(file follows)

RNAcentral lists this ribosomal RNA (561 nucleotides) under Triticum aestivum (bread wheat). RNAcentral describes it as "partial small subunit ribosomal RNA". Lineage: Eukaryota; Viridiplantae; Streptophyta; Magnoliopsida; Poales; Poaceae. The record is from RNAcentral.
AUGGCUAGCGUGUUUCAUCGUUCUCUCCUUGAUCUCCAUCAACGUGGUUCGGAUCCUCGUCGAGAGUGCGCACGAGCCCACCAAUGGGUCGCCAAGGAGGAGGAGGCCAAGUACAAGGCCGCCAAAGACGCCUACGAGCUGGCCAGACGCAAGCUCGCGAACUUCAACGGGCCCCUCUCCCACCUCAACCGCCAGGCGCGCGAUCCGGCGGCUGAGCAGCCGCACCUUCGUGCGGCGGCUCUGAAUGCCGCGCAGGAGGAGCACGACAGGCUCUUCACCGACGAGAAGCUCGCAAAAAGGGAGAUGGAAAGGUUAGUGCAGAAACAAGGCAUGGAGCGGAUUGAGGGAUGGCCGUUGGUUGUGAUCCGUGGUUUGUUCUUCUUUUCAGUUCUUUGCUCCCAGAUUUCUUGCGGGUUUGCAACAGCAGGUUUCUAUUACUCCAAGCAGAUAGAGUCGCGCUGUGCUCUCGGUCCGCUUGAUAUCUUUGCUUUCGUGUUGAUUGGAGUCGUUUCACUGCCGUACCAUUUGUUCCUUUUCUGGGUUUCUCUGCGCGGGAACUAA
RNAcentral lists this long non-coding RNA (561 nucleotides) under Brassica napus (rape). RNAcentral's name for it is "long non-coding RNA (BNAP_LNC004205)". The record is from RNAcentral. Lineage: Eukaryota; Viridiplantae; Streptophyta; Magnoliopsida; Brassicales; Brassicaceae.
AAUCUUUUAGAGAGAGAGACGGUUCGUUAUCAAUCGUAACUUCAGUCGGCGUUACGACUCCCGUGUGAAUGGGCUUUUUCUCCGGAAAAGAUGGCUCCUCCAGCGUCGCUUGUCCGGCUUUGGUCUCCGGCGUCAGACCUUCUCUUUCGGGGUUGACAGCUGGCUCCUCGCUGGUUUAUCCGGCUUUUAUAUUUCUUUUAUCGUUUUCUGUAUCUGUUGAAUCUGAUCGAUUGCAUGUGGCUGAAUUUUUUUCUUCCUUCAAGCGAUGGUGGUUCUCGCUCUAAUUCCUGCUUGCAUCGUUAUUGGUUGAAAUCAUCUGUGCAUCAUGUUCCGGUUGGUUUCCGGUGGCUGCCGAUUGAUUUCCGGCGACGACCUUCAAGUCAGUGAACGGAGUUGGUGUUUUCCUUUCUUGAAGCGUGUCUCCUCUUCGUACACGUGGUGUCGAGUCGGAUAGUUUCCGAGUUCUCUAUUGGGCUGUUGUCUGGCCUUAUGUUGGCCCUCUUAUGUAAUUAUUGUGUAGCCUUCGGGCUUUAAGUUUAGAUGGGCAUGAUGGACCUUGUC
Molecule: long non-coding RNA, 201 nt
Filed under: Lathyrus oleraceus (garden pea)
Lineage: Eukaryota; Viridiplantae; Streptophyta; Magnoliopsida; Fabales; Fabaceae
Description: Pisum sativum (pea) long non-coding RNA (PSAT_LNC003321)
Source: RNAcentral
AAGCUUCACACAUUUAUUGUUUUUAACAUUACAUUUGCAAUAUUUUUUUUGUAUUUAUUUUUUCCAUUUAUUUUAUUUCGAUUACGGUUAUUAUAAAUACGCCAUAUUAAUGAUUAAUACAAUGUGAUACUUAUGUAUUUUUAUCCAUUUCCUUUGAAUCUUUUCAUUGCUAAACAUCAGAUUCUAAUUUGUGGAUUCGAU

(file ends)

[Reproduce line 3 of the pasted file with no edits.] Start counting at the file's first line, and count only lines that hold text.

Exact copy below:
RNAcentral lists this long non-coding RNA (561 nucleotides) under Brassica napus (rape). RNAcentral's name for it is "long non-coding RNA (BNAP_LNC004205)". The record is from RNAcentral. Lineage: Eukaryota; Viridiplantae; Streptophyta; Magnoliopsida; Brassicales; Brassicaceae.